I was born in 1968 and completed high school in 1985. I served as an apprentice at The Jacklich Corporation in the art department from 1985 to 1986, then painted record covers from 1986-1990 for the likes of Vinnie Moore, David Chastain, Apocrypha, Hexx, Skatenigs, etc., mostly for California-based Shrapnel Records, completing a total of about 40 covers. In 1989 I began tattooing, apprenticing at Bob Oslon's Custom Tattooing in Chicago for two years until 1991. I then opened my own tattoo studio, Guilty & Innocent Productions, which remained a top-standing shop in the area until I closed it in 1998 so that I could move to the country and paint more. My tattoo work has been published numerous times in tattoo magazines, including Outlaw Biker Tattoo Review, Easyrider Tattoo, Skin Art, Skin&Ink, International Tattoo Art and others. My paintings have been published in Art Alternatives and Savage magazine. Fine art books showing both types of work include Victoria Lauptman's The New Tattoo, Bill DeMichelle's The Illustrated Woman and Don Ed Hardy's Eye Tattooed America. My own desktop-published tattoo manuals, The Graphic Language for Tattooists and Special Effects for Tattooists, have sold thousands of copies to tattooists worldwide, and the seminars I give at tattoo conventions draw hundreds every year. Exhibitions have included the Karen Briede Gallery, Chicago 1992, Don Ed Hardy's Eye Tattooed America (touring show, which roamed the country for over a year), 1993, The Layaway Gallery, Chicago 1994, The Cleveland Independent Art Gallery, Cleveland Ohio 1994, and 2-South Gallery in Detroit, 1994 . Work of mine hung in the gallery at Spacetime Tanks, Chicago's sensory deprivation headquarters, from 1995 until summer 1999. Currently I have work showing at Brian Everett's Tattoo Gallery in Albuquerque, NM and Deluxe Tattoo in Chicago.
I have never considered either tattooing or painting to be more important to me, though they constantly battle for supremacy in my life. On the one hand, tattooing is a very critical type of commercial art, where success or failure of any given project has very deep implications for the client. This forces an extra degree of dedication and flexibility on the part of the artist, and the clients' participation helps maintain a flow of fresh ideas and images into the artist's bag of tricks. On the other hand, painting lacks all the traditional constraints of tattooing such as size, budget, pain tolerance, eraseability and of course the client's tastes. It allows for a type of wild experimentation not normally recommended in tattooing, plus a chance to chase after obscure and specific personal notions that may not have much commercial appeal. I am very fortunate in that my client base is very trusting of me and for the large part, quite willing to give me almost total free reign on their skin. Naturally, I've taken advantage of this and allowed the subject matter of my paintings to leak across into my tattooing. A beautiful symbiosis has evolved from this, where each medium teaches me about the other. A certain amount of openness to newness exists because of the client's input, which prevents me from obsessively orbiting the same idea for ever and ever. My work tends to focus on natural geometry and organic structure. I have keen interests in science, science fiction, religion and religious art & architecture, and all types of psychedelic & transcendental art, which all filter down into my personal vision. I tend to avoid recognizable icons in favor of trying to focus on the underlying flow of ideas. I believe that there exists a family of archetypal forms, non-iconographic images which nonetheless convey their meaning to the viewer simply & directly, at a level possibly deeper and more universal than that accessible through the use of cultural iconography. I feel that much of our art is an effort to access these archetypes, possibly by lining up those known icons which most closely emulate the intent of the underlying universal form. Whether or not these universal images can be captured in their naked form and rendered as art pieces remains the single largest question in my life.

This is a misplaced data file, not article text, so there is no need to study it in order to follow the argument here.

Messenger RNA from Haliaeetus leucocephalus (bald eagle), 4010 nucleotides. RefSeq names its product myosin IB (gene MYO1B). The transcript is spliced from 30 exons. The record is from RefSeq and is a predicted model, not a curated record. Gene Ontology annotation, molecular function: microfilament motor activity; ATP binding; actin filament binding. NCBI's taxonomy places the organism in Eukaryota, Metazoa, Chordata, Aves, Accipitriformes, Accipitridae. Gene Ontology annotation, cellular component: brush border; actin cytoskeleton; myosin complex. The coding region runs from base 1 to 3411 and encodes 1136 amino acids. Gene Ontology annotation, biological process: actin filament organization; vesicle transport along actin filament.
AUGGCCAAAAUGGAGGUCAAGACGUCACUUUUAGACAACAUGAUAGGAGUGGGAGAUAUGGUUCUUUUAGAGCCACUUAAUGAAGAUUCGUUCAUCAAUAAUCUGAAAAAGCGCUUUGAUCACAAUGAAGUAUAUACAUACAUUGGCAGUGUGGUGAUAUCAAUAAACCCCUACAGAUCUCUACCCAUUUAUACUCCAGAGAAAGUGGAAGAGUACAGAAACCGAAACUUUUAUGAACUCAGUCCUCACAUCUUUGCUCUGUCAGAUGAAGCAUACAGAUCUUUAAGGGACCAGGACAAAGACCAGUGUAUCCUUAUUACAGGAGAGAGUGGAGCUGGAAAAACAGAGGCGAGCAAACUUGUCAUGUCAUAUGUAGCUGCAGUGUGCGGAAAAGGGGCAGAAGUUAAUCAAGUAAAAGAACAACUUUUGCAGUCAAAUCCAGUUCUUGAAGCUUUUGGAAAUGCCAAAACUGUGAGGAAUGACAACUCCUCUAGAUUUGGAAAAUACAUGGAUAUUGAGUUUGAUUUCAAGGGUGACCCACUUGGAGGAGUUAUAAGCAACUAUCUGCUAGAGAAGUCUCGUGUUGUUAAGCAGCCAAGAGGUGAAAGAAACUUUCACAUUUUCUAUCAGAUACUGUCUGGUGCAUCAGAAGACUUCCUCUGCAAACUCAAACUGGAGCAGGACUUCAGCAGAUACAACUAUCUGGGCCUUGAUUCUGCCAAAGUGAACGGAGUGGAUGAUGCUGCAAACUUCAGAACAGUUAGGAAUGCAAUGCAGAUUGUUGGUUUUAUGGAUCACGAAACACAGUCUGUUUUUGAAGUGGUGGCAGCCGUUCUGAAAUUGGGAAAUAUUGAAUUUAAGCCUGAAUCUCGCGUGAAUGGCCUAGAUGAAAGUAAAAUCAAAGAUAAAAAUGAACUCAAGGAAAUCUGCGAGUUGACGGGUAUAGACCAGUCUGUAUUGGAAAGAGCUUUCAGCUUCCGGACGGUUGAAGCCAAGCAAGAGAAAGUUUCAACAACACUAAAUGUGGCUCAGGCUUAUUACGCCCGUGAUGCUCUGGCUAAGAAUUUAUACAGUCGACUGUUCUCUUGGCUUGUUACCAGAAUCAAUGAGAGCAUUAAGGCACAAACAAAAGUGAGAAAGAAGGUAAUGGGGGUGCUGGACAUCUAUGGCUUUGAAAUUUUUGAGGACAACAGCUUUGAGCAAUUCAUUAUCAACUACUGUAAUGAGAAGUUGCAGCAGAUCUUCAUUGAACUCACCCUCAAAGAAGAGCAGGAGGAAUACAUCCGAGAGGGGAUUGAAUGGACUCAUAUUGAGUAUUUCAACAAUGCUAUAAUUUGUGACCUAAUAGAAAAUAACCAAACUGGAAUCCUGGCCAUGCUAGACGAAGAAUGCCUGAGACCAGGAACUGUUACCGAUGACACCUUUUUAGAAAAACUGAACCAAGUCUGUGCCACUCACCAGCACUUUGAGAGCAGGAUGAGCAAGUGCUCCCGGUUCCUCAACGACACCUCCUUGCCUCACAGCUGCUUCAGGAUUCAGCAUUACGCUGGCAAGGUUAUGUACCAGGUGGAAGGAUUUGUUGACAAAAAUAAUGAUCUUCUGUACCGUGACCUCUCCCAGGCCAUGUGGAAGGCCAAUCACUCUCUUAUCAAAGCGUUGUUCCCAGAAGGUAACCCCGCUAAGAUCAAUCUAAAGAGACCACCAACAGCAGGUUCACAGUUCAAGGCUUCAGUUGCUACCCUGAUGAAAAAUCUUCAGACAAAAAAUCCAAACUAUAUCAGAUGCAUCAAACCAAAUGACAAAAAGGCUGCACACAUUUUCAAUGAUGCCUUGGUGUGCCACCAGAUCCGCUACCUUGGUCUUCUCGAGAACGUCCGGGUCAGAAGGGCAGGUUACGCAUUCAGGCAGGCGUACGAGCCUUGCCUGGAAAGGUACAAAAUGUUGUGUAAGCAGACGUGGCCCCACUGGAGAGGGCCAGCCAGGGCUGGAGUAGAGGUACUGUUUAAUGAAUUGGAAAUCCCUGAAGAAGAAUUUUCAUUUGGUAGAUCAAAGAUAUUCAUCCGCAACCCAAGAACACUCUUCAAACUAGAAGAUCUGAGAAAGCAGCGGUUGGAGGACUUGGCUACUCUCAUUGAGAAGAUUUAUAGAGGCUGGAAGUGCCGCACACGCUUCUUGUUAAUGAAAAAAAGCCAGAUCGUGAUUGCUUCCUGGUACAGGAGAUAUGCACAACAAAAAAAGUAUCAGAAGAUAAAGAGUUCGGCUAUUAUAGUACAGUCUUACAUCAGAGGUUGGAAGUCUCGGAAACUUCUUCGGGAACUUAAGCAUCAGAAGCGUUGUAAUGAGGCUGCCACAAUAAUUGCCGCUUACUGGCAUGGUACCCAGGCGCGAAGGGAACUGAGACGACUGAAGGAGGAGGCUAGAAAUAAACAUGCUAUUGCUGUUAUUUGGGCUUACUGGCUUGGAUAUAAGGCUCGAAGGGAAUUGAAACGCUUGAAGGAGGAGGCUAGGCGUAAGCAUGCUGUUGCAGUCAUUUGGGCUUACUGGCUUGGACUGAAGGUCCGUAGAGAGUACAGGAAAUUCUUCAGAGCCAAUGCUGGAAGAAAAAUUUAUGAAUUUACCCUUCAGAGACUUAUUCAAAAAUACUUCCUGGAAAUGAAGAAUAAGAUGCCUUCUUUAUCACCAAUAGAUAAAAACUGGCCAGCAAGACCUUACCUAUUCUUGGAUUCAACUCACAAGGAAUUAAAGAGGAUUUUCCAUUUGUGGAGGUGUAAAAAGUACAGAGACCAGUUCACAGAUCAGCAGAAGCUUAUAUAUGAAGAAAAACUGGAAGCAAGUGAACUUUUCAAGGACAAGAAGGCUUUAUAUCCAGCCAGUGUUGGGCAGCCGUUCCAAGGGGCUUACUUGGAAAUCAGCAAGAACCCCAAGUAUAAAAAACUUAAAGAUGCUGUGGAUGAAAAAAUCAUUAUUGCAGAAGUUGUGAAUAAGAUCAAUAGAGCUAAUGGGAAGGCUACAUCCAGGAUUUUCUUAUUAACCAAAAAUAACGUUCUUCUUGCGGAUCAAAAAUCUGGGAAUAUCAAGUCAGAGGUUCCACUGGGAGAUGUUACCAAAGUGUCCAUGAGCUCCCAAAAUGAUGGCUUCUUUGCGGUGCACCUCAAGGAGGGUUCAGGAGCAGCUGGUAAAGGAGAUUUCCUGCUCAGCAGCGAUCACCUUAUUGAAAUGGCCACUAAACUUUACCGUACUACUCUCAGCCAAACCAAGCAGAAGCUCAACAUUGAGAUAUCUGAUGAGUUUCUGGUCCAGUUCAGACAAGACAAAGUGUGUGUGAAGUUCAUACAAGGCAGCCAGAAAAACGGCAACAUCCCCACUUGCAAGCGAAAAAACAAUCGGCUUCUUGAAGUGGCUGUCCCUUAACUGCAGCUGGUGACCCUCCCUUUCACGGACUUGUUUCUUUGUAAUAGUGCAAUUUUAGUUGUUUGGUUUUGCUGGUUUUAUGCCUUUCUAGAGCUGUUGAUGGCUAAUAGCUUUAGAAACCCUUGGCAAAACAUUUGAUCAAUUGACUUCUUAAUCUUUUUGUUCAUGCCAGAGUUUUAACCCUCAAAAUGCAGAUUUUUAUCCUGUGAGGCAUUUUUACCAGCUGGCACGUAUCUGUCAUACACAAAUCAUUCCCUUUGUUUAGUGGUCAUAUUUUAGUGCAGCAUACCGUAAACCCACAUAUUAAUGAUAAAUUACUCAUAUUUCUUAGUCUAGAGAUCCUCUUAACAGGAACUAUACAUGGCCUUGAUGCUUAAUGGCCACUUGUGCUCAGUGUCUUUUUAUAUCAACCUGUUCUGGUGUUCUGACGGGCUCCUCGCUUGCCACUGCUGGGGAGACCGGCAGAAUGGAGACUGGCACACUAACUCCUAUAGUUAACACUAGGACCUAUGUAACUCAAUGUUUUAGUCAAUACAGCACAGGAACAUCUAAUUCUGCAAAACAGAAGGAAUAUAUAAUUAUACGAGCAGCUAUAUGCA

I enjoy working in many mediums. Photography, tattooing, painting and writing music are large parts of my artistic focus and output. As varied as they may seem, they all spawn from the creative force within me. I find that being versatile in how I apply myself artistically helps me to maintain a fresh perspective as well as to visualize and express composition on many levels.
Transcript of an interview with Guy and Michele by Julie Rico
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